N: The [NOAA Pacific Islands Fisheries Science Center] has given us boat time. The Monument program has donated a lot of boat time for us as well. And it was cool because we got to do support diving for them. And then [the Hawaiʻi Department of Aquatic Resources] gave us some boat time. It's really cool because we get to meet all these different people and dive with them.
S: And we helped them out on a couple fish surveys. And releasing urchins in Kāneʻohe Bay.
N: And they found derelict nets out on the patch reefs that we got to help them pull out.
What has been your favorite moment so far during this internship?
S: We were once doing a fish transect on one of these plots and I look over at Nicola and there's a huge monk seal right next to her, checking her out.
N: I was setting the transect line and she punches me.
S: Yeah, I punched her arm and was like, "There's a monk seal!" We see some cool stuff at the site. We see turtles…
N: Hammerheads. We've had a pod of dolphins.
S: Yeah, but [the monk seal] was almost in her transect. The guys on the boat saw it, too, and they thought it was a whale.
N: It was over six feet long. She was like, "Oh, it was bigger than you." I looked over and there's a massive thing right next me and it was this huge monk seal.
S: And there's this half-second of heart attack.
You're both planning on going to graduate school. Do you already have an idea of what you eventually want to do?
N: I want to try to get into a lab here and use photogrammetry for looking at coral reef ecosystems and possibly growth rates because it's similar to the project that I'm working on now. Photogrammetry is making 3D mosaics. And you can upload [the coral mosaics] into programs like ArcMap and you can do 3D analysis of the volume and rugosity and sizing of the area.
S: I would love to keep doing what we're doing with Matt right now: Coral restoration and restoration ecology and stuff like that. I'd love to maybe get into a lab out here and maybe keep working with Matt. Or a lab down in Florida. I have a long list of options that I'm looking at.
Has your time here, and the lessons you learned here, changed what you might want to do in the future or has it more cemented what you already thought you were going to do?
N: I would say cemented for me. I've just had a lot more opportunities come open for me, which is really cool.
S: Absolutely. And it's definitely cemented for me, too. I initially wanted to do restoration ecology because it seemed fun. But now know I could do this every day. I'm super happy about it.
Do you have any advice for people who are looking for an internship with NOAA or for people who are already entering into an internship?
S: I'd say don't settle for an internship that's just okay. Find one that you're really excited about. Some people just kind of find one that they're like, "Okay, it's alright." They don't really take advantage of the fact that you can literally do anything anyone in NOAA is doing, as long as they're willing to take on an intern. I'd totally say take advantage of that because we have unlimited access.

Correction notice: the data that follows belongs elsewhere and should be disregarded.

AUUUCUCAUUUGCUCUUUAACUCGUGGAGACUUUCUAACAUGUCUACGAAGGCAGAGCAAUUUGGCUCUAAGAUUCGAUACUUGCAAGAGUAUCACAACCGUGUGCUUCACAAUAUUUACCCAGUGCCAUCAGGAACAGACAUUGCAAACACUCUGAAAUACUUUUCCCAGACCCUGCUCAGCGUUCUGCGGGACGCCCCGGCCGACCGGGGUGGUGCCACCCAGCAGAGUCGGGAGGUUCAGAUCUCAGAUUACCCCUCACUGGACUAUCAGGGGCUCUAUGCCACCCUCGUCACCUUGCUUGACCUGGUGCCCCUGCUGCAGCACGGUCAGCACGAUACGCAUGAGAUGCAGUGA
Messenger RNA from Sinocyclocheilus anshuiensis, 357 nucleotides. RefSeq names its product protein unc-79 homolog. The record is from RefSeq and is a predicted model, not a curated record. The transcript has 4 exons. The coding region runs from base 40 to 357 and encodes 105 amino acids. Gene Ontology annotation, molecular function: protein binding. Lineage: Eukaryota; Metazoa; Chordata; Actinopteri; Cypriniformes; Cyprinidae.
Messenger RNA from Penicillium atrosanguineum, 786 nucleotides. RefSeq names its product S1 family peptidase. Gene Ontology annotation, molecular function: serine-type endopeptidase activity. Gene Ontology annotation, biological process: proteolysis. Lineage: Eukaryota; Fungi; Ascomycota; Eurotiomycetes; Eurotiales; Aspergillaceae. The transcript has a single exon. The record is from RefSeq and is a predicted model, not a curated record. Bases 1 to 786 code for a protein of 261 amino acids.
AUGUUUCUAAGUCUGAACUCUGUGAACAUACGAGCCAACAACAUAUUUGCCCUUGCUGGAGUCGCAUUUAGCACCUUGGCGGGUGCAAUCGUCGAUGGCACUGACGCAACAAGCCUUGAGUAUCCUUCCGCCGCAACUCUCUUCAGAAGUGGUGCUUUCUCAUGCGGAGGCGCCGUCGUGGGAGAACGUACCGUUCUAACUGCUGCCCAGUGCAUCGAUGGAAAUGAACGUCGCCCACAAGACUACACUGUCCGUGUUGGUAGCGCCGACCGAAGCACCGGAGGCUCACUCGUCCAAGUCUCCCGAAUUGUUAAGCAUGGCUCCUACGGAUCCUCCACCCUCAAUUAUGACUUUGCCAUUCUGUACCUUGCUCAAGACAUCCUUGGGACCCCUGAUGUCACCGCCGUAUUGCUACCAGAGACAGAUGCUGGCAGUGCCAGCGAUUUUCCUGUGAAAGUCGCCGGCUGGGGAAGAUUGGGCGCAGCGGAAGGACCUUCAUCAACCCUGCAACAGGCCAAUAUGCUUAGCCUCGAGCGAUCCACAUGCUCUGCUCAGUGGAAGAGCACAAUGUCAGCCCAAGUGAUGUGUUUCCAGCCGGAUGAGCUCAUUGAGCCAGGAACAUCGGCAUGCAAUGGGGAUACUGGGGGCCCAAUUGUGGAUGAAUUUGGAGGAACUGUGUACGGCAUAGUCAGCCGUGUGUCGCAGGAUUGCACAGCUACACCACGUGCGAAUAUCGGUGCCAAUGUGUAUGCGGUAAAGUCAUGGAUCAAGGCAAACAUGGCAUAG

N: I'd say don't be scared to pitch an idea. People are willing to basically assist you to do whatever you want as long as you have the interest.
S: We got lucky with Matt, in the fact that he is very accommodating of our project ideas.
N: The EPP even told me that if there's somebody you want to work with that isn't necessarily on the list server [of available projects], contact them and be like, "Hey, I'm interested in working with you or on what you do," and see if they'll design an internship for you. A lot of people are willing to do that because we're paid by our scholarships so it's not coming out of their branch. It means we're just extra hands, so a lot of people are welcoming to the idea of bringing on new people and new scholars.
Is there anything else about your experience you want to mention?
N: I'm just really thankful for everybody who's helped us out and given us opportunities. I got on the [NOAA Pacific Reef Assessment and Monitoring Program] cruise, which is really cool. I get to go work with the Monument folks. That's a great outcome for me with this scholarship and internship; that was huge for me because it was what I really wanted to do.
S: I guess I'd say I definitely underestimated how much I would learn coming out here. Learning field methods alone was huge. I've never really done fish surveys or coral surveys, but we do that a couple times a week now. I'm getting really comfortable with that. And then just kind of being responsible for our own project is really good. I mean, it's something I've done before but it's a different setting here. We've learned so much it's crazy. We've won the jackpot with this internship.